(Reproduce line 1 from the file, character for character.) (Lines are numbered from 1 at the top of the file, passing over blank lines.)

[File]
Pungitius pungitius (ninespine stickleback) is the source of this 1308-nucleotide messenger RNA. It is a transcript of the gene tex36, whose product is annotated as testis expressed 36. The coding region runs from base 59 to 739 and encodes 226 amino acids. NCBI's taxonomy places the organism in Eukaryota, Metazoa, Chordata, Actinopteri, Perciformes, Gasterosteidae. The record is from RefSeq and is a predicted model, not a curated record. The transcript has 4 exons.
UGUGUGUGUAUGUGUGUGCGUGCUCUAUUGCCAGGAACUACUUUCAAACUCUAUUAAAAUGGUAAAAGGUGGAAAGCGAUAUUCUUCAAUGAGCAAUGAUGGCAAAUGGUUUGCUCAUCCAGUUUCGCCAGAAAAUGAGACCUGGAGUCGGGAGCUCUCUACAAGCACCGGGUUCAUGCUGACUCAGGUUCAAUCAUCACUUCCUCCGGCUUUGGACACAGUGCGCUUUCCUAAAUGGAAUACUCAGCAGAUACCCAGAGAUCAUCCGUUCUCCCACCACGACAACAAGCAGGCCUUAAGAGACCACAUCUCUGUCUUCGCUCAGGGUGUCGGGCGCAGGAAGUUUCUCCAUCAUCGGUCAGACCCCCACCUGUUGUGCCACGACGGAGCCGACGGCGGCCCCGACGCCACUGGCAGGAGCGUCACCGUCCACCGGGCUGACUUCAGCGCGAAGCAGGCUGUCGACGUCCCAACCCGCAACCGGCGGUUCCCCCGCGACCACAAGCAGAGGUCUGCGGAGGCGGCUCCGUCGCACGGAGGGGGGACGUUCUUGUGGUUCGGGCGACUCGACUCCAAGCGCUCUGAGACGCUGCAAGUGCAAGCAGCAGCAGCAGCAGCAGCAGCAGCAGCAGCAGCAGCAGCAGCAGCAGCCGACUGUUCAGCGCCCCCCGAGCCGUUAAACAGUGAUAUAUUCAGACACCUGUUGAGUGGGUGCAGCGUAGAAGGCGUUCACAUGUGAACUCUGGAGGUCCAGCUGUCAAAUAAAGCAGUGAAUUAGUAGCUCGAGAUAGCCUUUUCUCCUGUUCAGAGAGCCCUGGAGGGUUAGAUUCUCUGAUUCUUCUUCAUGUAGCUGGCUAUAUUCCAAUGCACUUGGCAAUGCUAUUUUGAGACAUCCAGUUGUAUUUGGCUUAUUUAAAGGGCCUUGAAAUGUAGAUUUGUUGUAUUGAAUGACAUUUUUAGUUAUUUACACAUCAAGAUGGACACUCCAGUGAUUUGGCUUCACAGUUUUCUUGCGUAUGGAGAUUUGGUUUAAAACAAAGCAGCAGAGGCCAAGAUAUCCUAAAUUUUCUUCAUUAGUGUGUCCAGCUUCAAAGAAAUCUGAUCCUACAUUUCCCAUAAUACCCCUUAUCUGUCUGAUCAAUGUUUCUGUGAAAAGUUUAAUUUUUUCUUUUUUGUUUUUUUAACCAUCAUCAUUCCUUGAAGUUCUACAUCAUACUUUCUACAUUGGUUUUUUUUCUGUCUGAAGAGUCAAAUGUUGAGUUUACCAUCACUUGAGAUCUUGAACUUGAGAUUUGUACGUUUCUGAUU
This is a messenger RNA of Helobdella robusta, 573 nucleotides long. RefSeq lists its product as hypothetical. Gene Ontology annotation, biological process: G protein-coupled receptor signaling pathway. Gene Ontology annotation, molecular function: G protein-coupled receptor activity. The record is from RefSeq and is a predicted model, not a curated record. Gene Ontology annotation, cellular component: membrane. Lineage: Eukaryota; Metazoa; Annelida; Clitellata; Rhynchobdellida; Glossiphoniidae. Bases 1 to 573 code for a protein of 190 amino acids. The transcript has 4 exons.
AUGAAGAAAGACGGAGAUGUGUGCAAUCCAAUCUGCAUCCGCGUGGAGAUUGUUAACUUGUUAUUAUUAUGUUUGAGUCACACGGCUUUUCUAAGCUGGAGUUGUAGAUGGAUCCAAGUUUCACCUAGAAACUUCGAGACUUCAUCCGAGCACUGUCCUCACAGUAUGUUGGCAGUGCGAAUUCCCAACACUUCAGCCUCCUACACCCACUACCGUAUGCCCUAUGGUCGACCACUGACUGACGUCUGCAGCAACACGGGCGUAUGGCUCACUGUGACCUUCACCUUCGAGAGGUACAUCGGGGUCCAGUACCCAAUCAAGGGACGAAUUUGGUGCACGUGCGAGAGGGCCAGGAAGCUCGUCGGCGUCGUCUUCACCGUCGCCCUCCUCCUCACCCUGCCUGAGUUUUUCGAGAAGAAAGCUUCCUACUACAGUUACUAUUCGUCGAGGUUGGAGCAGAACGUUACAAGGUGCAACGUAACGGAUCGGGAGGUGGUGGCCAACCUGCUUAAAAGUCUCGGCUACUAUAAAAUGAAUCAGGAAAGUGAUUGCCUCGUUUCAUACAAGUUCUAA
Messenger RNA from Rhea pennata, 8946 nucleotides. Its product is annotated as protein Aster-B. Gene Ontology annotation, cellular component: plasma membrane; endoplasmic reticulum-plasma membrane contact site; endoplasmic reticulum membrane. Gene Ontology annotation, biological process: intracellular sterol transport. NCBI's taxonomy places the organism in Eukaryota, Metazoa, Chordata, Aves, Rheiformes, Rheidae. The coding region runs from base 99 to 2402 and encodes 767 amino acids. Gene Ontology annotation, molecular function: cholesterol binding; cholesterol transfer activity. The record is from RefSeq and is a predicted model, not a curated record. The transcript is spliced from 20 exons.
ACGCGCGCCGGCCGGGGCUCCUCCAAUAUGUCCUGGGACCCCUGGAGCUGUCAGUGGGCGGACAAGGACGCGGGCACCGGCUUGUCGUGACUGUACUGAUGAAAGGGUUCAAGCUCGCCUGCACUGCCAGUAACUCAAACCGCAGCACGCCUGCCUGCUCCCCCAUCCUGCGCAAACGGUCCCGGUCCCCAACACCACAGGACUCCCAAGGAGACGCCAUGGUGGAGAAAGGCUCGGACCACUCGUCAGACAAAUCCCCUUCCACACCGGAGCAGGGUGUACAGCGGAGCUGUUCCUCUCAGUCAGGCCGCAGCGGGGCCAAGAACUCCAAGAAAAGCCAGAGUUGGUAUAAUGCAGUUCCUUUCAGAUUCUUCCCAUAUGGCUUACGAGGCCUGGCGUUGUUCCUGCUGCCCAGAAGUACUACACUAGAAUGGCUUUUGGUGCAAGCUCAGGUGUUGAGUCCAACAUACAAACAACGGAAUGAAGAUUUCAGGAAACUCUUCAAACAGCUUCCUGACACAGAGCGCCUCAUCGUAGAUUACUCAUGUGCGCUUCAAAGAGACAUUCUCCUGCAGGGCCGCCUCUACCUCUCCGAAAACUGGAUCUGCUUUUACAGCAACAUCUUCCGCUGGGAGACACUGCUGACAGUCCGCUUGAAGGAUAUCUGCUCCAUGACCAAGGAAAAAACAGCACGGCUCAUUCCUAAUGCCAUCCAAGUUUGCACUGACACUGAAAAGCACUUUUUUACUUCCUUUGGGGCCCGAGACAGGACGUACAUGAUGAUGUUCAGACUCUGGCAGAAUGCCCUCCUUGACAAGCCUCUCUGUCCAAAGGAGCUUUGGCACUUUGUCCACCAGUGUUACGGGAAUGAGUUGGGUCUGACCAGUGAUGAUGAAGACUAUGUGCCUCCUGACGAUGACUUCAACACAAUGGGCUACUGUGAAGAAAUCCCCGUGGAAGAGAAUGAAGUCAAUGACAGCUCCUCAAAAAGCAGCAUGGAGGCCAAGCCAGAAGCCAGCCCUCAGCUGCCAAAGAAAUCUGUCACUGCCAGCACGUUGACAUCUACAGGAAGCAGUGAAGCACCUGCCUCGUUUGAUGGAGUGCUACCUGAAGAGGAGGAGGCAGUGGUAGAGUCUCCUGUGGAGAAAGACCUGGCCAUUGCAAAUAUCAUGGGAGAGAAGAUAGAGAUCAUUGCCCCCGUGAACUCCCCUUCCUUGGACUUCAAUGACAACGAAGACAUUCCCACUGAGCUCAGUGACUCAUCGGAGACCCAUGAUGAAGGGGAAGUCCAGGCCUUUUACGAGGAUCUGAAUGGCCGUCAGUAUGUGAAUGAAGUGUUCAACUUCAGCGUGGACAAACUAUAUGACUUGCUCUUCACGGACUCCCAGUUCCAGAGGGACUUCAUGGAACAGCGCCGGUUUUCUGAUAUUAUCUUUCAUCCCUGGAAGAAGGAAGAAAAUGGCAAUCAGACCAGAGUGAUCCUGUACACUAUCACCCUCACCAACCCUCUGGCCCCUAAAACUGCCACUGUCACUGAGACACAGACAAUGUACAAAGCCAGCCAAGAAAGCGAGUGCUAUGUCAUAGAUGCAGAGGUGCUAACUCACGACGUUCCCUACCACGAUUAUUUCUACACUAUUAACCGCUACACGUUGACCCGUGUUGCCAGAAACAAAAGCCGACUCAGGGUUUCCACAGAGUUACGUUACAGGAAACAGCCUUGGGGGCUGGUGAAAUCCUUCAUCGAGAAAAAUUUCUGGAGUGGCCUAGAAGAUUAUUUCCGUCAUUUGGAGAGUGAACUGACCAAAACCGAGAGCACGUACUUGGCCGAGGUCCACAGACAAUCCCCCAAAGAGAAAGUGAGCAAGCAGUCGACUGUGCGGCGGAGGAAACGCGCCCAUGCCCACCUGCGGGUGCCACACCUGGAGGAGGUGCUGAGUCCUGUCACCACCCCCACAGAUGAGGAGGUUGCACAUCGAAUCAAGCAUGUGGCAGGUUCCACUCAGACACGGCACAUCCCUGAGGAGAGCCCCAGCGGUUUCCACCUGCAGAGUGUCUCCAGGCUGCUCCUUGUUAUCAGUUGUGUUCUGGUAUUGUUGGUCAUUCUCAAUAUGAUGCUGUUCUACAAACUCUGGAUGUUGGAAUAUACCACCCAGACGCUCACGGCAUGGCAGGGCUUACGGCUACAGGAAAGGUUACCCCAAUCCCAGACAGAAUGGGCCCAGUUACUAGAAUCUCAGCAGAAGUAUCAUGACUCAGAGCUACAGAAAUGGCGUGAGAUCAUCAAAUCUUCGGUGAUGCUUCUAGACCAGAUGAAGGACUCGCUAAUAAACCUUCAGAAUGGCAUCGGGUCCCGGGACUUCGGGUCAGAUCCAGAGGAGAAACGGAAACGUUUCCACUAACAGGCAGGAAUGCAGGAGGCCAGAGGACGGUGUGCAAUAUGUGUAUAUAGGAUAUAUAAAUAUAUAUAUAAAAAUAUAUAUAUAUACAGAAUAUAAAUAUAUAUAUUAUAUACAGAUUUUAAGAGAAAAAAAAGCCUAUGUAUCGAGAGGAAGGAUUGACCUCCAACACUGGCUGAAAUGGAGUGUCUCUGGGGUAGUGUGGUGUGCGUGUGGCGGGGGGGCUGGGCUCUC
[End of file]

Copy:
Pungitius pungitius (ninespine stickleback) is the source of this 1308-nucleotide messenger RNA. It is a transcript of the gene tex36, whose product is annotated as testis expressed 36. The coding region runs from base 59 to 739 and encodes 226 amino acids. NCBI's taxonomy places the organism in Eukaryota, Metazoa, Chordata, Actinopteri, Perciformes, Gasterosteidae. The record is from RefSeq and is a predicted model, not a curated record. The transcript has 4 exons.